According to a Glasgow, Scotland electrician named Danny Thomas, on a particularly cold and wintry evening in January 1879, his great-great-grandfather, who had apparently suffered from some form of severe mental affliction for years, committed suicide by violently hurling himself off Scotland’s Tay Bridge, and right into the harsh and churning waters of Dundee’s Firth of Tay far below. But this was to be no ordinary, tragic suicide.
In the immediate days that followed the family’s sad loss, ominous reports began to quietly circulate within the close-knit confines of the neighbourhood of a shaggy-haired man-beast with glowing, silver-colored eyes that was seen roaming the Tay Bridge late at night, and that came to be known locally – in distinctly hushed tones – as the Shuggy.
It’s a term that instantly evokes thoughts of Rendlesham Forest, England’s Sasquatch-like Shug Monkey and the Bigfoot-infested grounds around Shugborough Hall, Staffordshire, England. That the term” Shug” is derived from an old English term meaning “demon” only makes matters all the more intriguing. Even more intriguing, the death in the Thomas family was not the only tragedy that occurred at the Tay Bridge in 1879.
Almost two miles in length, the bridge – which was built according to the plans of Sir Thomas Bouch – was the longest on the planet back then. Proposals for such a vast project dated back to the 1850s, with the initial foundation stone put into place in July 1871.
The first engine duly crossed the bridge on September 22, 1877, and it was officially opened by Queen Victoria on June 1, 1878. Ulysses S. Grant worded it correctly when he commented that it was “a big bridge for a small city.” But that situation soon changed – and most definitely not for the better.
It was an appropriately dark and stormy night on December 28, 1879 when, shortly after 7.00 p.m., and as a veritable storm of truly deluge-style proportions was blowing right down the length of the estuary, the central navigation spans of the Tay Bridge collapsed and plummeted into the Firth of Tay – taking with them a train and all its carriages that resulted in more than seventy untimely and tragic deaths.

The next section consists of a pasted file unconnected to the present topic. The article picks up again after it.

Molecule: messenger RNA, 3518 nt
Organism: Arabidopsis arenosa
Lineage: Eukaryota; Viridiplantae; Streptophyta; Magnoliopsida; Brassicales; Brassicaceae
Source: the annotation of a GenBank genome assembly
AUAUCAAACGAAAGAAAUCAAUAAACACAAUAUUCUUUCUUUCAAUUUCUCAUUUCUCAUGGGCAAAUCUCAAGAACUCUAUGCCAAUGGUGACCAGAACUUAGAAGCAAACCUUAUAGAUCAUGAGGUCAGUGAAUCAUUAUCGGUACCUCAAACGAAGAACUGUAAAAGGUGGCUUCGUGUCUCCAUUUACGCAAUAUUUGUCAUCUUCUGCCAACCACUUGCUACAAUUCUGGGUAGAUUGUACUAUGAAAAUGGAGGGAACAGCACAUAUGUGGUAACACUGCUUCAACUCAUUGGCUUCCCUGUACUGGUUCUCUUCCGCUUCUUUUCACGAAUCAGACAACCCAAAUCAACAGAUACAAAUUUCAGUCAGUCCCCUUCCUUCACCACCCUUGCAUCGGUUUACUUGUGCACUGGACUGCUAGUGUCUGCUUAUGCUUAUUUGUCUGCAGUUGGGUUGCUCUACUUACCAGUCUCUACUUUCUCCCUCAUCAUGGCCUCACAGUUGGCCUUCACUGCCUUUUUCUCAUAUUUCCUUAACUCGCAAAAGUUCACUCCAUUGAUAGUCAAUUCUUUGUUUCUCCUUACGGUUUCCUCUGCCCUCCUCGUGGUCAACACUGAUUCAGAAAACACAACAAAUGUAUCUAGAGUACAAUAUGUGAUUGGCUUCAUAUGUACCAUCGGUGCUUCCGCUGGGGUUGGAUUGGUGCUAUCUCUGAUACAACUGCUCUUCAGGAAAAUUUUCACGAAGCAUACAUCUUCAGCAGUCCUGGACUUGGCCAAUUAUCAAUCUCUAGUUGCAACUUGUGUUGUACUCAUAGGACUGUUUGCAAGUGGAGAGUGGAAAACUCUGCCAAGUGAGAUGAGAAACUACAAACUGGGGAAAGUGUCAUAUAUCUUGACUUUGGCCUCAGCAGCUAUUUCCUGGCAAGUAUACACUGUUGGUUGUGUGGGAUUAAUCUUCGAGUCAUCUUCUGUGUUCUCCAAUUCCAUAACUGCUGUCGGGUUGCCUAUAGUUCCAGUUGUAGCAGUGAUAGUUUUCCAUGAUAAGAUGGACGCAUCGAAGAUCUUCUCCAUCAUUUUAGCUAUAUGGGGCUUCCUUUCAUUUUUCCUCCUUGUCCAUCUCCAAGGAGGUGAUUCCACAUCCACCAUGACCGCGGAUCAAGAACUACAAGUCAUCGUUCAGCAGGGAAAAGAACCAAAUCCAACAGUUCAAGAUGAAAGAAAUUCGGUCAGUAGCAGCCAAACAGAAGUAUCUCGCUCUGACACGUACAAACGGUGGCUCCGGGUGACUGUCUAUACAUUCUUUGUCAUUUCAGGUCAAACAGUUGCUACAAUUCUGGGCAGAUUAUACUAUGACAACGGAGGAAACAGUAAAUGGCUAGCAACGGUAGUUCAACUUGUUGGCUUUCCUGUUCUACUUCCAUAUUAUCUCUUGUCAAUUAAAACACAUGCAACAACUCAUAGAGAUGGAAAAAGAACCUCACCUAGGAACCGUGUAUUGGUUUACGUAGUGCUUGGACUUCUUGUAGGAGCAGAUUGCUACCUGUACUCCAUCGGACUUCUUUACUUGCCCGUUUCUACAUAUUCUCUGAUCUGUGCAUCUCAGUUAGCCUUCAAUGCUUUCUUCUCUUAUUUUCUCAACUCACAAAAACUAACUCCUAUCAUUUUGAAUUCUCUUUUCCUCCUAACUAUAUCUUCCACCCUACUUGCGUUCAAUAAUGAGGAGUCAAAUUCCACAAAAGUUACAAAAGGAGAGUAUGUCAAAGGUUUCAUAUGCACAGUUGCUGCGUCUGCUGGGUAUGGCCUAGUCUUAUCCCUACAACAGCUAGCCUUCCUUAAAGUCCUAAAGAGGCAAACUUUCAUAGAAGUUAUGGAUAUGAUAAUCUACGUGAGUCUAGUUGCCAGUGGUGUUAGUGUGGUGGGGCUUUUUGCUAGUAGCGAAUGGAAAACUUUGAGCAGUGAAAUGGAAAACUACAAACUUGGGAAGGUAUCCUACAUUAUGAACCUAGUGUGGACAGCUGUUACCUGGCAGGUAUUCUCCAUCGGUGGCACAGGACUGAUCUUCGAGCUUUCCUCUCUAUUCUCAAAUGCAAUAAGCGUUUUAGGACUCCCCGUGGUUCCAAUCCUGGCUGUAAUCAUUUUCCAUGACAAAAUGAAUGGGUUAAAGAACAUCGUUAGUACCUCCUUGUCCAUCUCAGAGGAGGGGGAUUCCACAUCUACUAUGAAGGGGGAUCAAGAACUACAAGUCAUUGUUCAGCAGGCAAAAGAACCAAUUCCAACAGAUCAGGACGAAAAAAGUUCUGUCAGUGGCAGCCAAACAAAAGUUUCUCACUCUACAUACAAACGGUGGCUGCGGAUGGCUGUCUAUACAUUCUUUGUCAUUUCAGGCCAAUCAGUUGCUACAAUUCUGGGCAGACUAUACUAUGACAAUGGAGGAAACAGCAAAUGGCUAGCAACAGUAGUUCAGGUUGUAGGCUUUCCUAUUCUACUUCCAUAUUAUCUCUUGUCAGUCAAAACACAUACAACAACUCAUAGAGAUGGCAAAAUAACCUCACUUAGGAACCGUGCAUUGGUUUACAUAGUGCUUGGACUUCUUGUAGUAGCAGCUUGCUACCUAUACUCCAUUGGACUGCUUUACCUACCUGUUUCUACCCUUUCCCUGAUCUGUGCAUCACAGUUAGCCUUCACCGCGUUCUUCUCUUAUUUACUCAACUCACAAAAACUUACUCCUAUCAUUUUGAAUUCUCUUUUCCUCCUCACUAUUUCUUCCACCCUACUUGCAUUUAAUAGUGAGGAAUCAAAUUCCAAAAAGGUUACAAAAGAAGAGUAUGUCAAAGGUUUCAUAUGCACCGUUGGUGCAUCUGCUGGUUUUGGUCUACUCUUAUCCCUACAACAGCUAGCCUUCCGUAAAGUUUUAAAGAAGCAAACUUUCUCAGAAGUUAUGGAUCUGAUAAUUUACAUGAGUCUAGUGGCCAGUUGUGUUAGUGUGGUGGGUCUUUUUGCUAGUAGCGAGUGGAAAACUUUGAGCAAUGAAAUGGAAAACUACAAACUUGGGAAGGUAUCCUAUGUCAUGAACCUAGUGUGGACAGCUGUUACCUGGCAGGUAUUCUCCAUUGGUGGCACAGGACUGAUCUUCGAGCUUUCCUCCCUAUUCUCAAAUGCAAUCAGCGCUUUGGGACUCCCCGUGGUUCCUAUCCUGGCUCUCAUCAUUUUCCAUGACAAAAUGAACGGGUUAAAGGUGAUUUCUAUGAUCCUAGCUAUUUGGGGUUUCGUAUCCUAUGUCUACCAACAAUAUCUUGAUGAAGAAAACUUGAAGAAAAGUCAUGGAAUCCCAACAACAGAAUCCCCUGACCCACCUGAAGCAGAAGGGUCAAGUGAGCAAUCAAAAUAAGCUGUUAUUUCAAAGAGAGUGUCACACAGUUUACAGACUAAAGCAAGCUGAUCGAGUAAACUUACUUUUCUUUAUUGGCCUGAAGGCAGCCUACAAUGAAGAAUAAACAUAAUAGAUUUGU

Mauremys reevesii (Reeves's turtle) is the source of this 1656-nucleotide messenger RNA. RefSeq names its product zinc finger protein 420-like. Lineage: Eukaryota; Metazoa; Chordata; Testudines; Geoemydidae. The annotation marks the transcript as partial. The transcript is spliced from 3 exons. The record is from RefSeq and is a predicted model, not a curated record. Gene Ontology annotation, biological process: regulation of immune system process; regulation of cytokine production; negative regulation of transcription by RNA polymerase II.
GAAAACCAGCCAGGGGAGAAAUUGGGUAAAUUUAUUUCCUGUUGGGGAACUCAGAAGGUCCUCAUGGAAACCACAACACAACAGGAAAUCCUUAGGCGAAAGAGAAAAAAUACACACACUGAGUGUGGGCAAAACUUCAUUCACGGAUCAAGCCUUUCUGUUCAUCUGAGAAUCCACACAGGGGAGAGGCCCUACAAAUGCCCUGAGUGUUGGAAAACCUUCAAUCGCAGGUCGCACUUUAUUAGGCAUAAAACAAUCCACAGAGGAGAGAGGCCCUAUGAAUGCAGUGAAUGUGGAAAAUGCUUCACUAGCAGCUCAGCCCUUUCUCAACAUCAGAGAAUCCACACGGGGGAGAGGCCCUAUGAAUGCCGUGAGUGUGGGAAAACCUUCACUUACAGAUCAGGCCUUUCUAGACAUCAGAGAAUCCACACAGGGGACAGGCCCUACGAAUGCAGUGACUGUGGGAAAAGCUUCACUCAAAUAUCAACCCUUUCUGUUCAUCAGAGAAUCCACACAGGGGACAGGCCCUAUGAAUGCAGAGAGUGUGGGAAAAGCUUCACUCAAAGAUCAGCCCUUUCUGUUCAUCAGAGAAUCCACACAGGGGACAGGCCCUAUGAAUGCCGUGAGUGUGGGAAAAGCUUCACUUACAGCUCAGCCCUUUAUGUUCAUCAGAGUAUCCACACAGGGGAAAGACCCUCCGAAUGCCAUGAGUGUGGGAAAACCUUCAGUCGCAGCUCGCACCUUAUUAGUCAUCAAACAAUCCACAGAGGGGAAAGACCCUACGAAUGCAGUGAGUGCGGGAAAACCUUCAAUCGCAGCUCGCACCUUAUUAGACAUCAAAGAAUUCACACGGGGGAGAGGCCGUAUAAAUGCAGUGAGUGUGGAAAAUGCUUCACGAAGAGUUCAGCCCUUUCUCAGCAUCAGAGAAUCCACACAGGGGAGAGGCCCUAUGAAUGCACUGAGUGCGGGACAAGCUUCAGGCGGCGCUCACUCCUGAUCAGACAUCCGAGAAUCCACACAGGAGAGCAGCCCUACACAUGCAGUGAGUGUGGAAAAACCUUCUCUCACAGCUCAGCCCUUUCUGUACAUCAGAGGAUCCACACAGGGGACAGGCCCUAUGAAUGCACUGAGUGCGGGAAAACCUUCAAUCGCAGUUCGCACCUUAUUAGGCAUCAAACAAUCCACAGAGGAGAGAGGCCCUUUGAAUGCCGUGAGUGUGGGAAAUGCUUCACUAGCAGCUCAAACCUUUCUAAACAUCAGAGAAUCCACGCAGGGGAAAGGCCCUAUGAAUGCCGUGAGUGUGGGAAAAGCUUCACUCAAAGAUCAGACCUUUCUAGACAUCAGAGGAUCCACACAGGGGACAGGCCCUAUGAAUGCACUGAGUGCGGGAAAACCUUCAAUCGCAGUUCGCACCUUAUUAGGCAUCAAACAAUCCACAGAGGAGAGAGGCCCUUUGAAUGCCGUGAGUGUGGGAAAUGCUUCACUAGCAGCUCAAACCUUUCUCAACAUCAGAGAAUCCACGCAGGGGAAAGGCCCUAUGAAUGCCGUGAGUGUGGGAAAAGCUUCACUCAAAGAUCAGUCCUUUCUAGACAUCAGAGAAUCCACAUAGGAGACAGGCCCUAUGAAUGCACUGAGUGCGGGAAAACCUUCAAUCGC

An official investigation was quickly put into place and which came up with at theory that the collapse of the Tay Bridge resulted from was “…the insufficiency of the cross bracing and its fastenings to sustain the force of the gale.” Plans were duly made for a new bridge to be built – according to the designs of one William Henry Barlow. The first stone was laid on July 6, 1883; and, by the time of its completion, no less than fourteen of the construction workers were dead, all from a variety of accidents.
It must be said that Danny Thomas was most definitely not an adherent of the theory that the Tay Bridge disaster, and the many accompanying deaths, could be attributed to something as down to earth as the stormy and relentless British weather. No: It was his firm belief that the dark and sinister forces of the Shuggy were at work on that most tragic of all nights.
Moreover, Danny was of the opinion that the precise cause of the Tay Bridge disaster of December 1879 was his great-great-grandfather; returned, after his January 1879 death, to our plane of existence in the spectral form of some vile man-beast that haunted the darkened corners of the bridge – positively oozing negative energy and creating an atmosphere of death, doom, tragedy and decay as it did so, albeit briefly for a few weeks following the collapse of the once-mighty bridge.
A doomed bridge, indeed.